The blow up of Firmicutes shows you where Lactobacillus fits in - it is a very minor component of this huge phylum.

    Note also that E.coli is a member of the minor Proteobacteria phylum in the class Gammaproteobacteria.

    The review I linked in the post before this is also useful for an overview.
     
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  17. Helen

    Helen Senior Member (Voting Rights)

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    Do you know if the Ubiome test is using the same analyze technique as is used in the analyze of the MSA test from R.E.D. labs that KDM requests? Presented in this study. I couldn´t find out what Ubiome is using from their homepage.
     
  18. alicec

    alicec Senior Member (Voting Rights)

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    Yes they both sequence segments of the 16S rRNA gene which is specific to bacteria and for which there is an extensive database. I'm not sure if they sequence exactly the same segment of the gene but even if they used different segments it would make little difference to the overall result.
     
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  19. Pechius

    Pechius Senior Member (Voting Rights)

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    Interesting to read this thread. I actually got very sick only after I used probiotics. The brand I used is called Theralac... A few weeks of that and my life was over. I was also trying to gain weight by eating a lot of rice and butter at the same time and it also didn't help, it seems.. I was literally having constipation and diarrhea at the same time, lol. Confused? Don't be. It wasn't anything like "mixed-IBS". I was pooping everything I ate, but in a constipation style and loosing weight. A lot of fun.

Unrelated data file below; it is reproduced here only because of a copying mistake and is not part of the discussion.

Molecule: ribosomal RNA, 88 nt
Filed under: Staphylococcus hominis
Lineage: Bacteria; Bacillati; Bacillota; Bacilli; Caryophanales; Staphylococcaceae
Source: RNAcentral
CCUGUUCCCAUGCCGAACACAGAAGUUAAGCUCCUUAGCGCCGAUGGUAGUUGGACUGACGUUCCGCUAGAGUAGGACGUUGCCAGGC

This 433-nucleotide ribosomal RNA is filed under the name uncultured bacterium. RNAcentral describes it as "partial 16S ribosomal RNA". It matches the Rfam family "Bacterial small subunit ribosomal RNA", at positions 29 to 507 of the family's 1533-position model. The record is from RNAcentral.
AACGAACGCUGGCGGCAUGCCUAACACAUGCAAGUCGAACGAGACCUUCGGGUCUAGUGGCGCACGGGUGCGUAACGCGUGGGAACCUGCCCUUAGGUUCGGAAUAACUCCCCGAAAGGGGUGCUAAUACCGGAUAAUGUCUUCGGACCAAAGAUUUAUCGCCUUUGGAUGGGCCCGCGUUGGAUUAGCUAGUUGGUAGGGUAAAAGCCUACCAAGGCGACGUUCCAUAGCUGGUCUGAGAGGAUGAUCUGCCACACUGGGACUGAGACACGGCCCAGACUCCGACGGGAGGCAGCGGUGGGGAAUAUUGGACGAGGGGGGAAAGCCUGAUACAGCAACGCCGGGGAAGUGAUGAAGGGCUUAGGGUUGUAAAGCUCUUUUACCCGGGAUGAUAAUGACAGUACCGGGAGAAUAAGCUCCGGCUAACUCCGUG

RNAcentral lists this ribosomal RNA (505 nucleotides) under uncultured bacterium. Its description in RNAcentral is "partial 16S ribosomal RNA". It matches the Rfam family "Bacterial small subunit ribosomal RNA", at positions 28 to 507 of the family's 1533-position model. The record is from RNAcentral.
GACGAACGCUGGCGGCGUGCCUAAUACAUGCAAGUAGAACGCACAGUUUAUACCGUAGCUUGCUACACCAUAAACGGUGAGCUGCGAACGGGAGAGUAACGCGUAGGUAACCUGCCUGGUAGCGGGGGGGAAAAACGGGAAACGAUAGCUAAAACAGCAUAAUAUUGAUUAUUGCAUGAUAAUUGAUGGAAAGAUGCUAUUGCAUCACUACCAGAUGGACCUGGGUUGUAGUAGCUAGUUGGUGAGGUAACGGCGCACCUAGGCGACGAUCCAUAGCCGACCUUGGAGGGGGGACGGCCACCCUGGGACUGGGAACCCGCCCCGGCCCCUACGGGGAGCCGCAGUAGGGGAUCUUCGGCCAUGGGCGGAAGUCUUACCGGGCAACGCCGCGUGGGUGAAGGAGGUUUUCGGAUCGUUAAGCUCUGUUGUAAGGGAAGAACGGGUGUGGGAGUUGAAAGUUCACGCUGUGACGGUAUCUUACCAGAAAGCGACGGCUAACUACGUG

Until then, I was relatively well (compared to my current situation).
     
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  20. Helen

    Helen Senior Member (Voting Rights)

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    So sorry, @Pechius, to hear about you crash from Theralac. Or was it from your diet on a lot of rice and butter? I read this article today
    https://www.ncbi.nlm.nih.gov/pmc/articles/PMC4253991/ and it highlighted how bad carbs and fat (like in a typical Western diet) could be to the microbiome. Do you have a chance to get your microbiome analyzed? You might have an overgrowth of bacterias like Streptococcs and/or Chlostridium diff. that should need treatment, among other possible imbalances.

    Are you tested for infections? I had Yersenia as one of three tick-borne infections, and it affected my gut badly. Also many of us have hypothyroidism causing obstipation if not properly treated. But rice itself might have caused it as well, as you surely know. Just some thoughts....
     
    Last edited: Apr 22, 2018